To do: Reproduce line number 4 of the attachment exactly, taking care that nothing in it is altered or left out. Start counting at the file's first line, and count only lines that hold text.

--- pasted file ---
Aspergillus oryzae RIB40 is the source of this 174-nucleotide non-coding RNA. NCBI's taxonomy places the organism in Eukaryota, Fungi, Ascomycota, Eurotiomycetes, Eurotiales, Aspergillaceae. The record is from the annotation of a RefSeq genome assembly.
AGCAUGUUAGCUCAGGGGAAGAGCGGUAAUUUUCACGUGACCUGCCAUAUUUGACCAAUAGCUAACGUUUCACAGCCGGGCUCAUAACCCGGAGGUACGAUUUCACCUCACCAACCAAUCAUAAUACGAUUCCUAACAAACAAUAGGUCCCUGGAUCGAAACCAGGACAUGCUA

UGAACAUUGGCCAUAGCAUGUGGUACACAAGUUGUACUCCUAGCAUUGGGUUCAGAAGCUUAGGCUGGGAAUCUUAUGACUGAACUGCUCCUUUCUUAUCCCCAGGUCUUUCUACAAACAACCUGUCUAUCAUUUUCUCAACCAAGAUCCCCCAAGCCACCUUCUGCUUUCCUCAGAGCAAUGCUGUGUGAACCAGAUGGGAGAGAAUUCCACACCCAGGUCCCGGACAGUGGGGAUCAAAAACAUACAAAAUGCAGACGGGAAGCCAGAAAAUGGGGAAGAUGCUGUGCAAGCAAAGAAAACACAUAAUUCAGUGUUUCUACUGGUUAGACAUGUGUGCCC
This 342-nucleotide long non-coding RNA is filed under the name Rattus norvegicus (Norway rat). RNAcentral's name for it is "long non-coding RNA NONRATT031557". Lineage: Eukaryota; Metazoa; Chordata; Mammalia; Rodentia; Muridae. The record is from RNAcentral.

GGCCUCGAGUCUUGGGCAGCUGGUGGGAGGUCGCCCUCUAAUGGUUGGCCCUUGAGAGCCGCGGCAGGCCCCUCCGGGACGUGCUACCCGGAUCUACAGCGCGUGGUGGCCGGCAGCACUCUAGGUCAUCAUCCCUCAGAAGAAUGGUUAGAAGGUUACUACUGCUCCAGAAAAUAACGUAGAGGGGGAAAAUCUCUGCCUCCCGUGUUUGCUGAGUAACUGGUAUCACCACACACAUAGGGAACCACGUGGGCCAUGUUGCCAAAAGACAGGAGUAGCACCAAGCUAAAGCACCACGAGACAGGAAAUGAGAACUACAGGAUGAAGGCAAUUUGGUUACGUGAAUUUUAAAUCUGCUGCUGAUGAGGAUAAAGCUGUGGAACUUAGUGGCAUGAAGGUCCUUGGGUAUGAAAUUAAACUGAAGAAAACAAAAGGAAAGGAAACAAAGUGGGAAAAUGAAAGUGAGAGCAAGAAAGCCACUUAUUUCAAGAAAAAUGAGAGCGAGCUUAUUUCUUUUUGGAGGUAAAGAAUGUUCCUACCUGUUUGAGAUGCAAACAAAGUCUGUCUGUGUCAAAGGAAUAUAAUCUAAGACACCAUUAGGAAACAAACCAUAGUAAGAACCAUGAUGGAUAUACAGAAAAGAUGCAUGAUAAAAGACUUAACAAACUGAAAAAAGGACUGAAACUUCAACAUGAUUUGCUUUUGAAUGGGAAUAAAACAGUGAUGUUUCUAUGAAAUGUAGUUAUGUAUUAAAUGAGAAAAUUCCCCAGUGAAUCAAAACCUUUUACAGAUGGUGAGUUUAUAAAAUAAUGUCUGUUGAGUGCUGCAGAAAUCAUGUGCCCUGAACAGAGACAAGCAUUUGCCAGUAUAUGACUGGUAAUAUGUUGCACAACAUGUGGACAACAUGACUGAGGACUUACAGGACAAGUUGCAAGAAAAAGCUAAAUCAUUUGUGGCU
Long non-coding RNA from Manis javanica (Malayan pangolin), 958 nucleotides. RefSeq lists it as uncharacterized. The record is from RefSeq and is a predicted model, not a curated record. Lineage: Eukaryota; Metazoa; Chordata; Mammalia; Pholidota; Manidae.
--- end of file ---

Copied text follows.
This 342-nucleotide long non-coding RNA is filed under the name Rattus norvegicus (Norway rat). RNAcentral's name for it is "long non-coding RNA NONRATT031557". Lineage: Eukaryota; Metazoa; Chordata; Mammalia; Rodentia; Muridae. The record is from RNAcentral.